Gangs of New York, at Last

Gangs of New York, at Last | Billy Crystal: Rock Camp Counselor?

Gangs of New York, at Last

Martin Scorsese's Gangs of New York finally screened yesterday for selected press and exhibitors.

I can tell you definitively that this epic story of New York in the 1850s is a success through and through. It will easily earn Scorsese a Best Director nomination, a Best Picture nomination, and for Daniel Day-Lewis, a slam-dunk nomination for Best Actor.

Day-Lewis' performance as Bill the Butcher is more than just mesmerizing. It's the one to beat, even with formidable opponents such as Jack Nicholson, Tom Hanks, Campbell Scott, Michael Caine, and Leonardo DiCaprio waiting in the wings.

I include DiCaprio because I think it will be his performance in Steven Spielberg's Catch Me If You Can, and not Gangs, that will put him in Oscar contention. That doesn't mean Leo isn't good in Gangs; he is. But his role is that of the thankless central character/hero, meaning he has to cede the showier ground to Day-Lewis.

Other acting nominations for Gangs are less certain. There's a good chance that last year's Best Supporting Actor, Jim Broadbent, will repeat in that category for his role as Boss Tweed, the legendary Tammany Hall political boss. Cameron Diaz's disarming intensity and feistiness as the girl torn between Leo and Day-Lewis may put her in the supporting category as well.

But mostly what Gangs is about, even in its final 2-hour 35-minute version, is Scorsese. Even though he's made some of the finest films in cinematic history — Raging Bull, GoodFellas, Taxi Driver, Mean Streets, etc — Scorsese still has never taken a Best Picture statue home.

Gangs of New York could change all that. It breathes with excitement and texture. It's epic in a way that films almost never are anymore, and every bit of the blood, sweat, and tears Scorsese and his editor Thelma Schoonmaker poured into it is evident.

Costumes, set decoration, and all other technical aspects are breathtaking. When this movie is bloody — which it often is — you feel it in your gut.

Gangs of New York tells the story of how the future of New York was settled during bloody confrontations between the original Dutch and English settlers and the Irish immigrants who flooded the streets every day.

Day-Lewis' Bill the Butcher represents the former group; DiCaprio, taking up the cause of his dead father (a cameo by Liam Neeson), takes up the flag of the former. What seems like a simple story is embroidered expertly by Scorsese and Day-Lewis so that you feel you have actually gone back in time.

For Scorsese fans, Gangs is a combination of the director's two strongest themes — the violence of GoodFellas and the historical drama of The Age of Innocence.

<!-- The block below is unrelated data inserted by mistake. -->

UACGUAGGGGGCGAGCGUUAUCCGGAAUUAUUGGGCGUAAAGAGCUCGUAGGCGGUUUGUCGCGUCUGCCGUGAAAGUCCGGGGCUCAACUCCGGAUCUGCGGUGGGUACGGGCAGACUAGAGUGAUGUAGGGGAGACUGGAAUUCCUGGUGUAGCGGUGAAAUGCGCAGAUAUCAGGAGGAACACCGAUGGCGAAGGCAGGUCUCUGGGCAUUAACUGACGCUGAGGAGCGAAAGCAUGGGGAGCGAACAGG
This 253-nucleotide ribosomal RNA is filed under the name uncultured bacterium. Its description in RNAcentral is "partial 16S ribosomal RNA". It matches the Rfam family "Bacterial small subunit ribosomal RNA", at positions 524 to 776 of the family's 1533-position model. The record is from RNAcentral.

For anyone who enjoyed — as I did — the look of Innocence, which showed 19th-century New York à la Time and AgainGangs of New York will prove to be a treasure chest of riches.

Of course, it's also very violent, and even toning it down through editing from the original 3-hour-plus version won't change the fact that Bill is a butcher, literally. But for the legions of fans who seemed able to withstand Hannibal Lecter's gross masticating, this won't be much of a problem.

I will not tell you the exact ending of the movie; I will say it's extremely moving and shows a link between violence in that part of New York 150 years ago and violence there again 14 months ago. In that way, Gangs of New York becomes contemporary.

Some movies are good and some are great. A few transcend the medium and the culture and make an indelible impression. In so many ways Gangs does that.

As for Daniel Day-Lewis — all I can tell you is the accent, the way he holds himself and his delivery of lines is classic in the way that Marlon Brando was in The Godfather, or Clint Eastwood was in Unforgiven, or Tom Hanks was in Forrest Gump.

People are going to be mimicking him, imitating him and celebrating him the way they do those actors playing those parts.

Billy Crystal: Rock Fantasy Camp Counselor?

The word is out on the Sunset Strip that Billy Crystal has found a perfect new project. He wants to make a movie version of Rock Fantasy Camp.

This is the semi-frequent event put on by promoter and manager David Fishof in which regular guys plunk down big bucks to play guitar, drums, etc. with Seventies rock stars. It's sort of like Spinal Tap with bug juice.

So how perfect would it be for Crystal, especially if he gets the guys from Spinal Tap to put in cameos as some of the veteran rockers who have to assist the hoi polloi?

What would be really neat would be to also have actors who actually play instruments — such as Keanu Reeves, Jared Leto or Chris Isaak — to take the roles of the common guys who try to get ahead.

And, of course, picture Jack Palance as the owner of the building next to the one where Rock Fantasy Camp takes place. That would be worth the price of admission alone.

Rock Fantasy Camp concluded last night for real in Hollywood, with the various amateur bands playing each other off in a contest at the House of Blues.

Rock luminaries such as Spencer Davis, John Waite (The Babys, Bad English), Eric Burdon (The Animals), and Grand Funk Railroad's Mark Farner tore the joint up with renditions of their biggest hits.

But it was Sam Moore, doing "Soul Man," who really stole the show, eliciting a standing ovation and whoops of joy from the audience.